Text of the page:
Friday, August 26, 2016


Bruce Vail (Colin Clive) is a shipping magnate whose company is working on a new passenger liner named after his wife Irene (Jean Arthur). But their married life is on the rocks, to say the least: he is constantly jealous, thinking she's having affairs, and she—who is unhappily faithful to him—finally decides she wants a divorce and moves out into a hotel room. Bruce tries to put a hitch in her plans by hiring his chauffeur to go to her room and be "caught" in the act of seduction, which would pressure her to drop the divorce, but in the midst of this, a man (Charles Boyer), apparently a thief hiding on the balcony, enters the room, knocks out the chauffeur and locks Bruce in a closet. But Paul Dumond is not a thief; he was putting a passed-out friend to bed in the next room and overheard the ruckus in Irene's room, so broke in to save a damsel in distress. Paul takes Irene to the Chateau Bleu just as it's closing and sweet-talks the chef Cesare (Leo Carillo) and the band into staying open just for the two of them. It's a lovely meet-cute situation and the two fall for each other, but back in the hotel room, Bruce, thinking that Paul was Irene's lover, kills the chauffeur to put the blame on Paul, a and forces Irene to travel to New York City with him. Sure enough, she does, disappointing Paul who is actually the headwaiter at the Chateau Bleu. So what does Paul do? Of course, he and Cesare head to New York City hoping to break into the restaurant business to impress Irene who he hopes will come running back to him. However, Paul has heard nothing about the murder so is unaware that she left to save him from scrutiny. The unhappy Irene does eventually wander into Paul's restaurant, but because her husband is with her, Paul is upset. Will these two kids ever get together? Will Paul go on trial for murder?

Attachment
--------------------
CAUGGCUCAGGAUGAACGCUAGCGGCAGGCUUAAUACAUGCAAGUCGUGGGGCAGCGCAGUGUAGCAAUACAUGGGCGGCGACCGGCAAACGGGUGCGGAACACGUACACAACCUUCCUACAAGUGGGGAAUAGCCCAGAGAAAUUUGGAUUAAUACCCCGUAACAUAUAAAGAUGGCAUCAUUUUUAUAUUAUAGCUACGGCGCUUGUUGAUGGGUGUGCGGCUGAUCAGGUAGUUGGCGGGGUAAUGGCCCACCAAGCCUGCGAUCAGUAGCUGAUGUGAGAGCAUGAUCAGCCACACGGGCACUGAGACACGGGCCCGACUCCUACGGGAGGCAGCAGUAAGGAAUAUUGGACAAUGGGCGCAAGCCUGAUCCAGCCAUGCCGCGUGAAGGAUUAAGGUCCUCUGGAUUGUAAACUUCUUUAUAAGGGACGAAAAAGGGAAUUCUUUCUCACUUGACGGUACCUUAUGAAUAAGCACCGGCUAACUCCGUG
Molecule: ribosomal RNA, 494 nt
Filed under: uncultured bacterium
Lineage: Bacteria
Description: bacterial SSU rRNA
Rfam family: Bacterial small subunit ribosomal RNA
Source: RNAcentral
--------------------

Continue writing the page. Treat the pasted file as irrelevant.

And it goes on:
Did I mention the Titanic-like climax, as the liner named for Irene, with Paul and Irene on board, hits an iceberg? That makes for one of the strangest scenes ever in what is essentially a romantic comedy. And this is one of the more unusual movies of its era. The plot, full of incident and unusual turns, feels fairly contemporary, as do its tonal shifts from comedy to romance to drama. The sequence of Boyer and Arthur getting to know each other is quite charming, but at various points along the way, you're not sure that the two will wind up together and/or alive, and that's unusual for a 30s romance. They make a very good screen couple, and this may be my favorite Boyer performance—I looked back at my reviews of other Boyer films and I nearly always say, "I’m not really a Boyer fan, but I liked him here," so maybe I'm actually a Boyer fan. Carillo functions as a comic relief wingman most of the time and he does a good job. Colin Clive's character is basically a one-note sociopath and it's difficult to care at all about him, or to understand the lengths he goes to in order to keep a wife who hates him. A different actor may have been able to flesh out Vail a bit, but he's really just a cardboard villain. Also with Ivan Lebedeff as the ill-fated chauffeur. [Criterion streaming]

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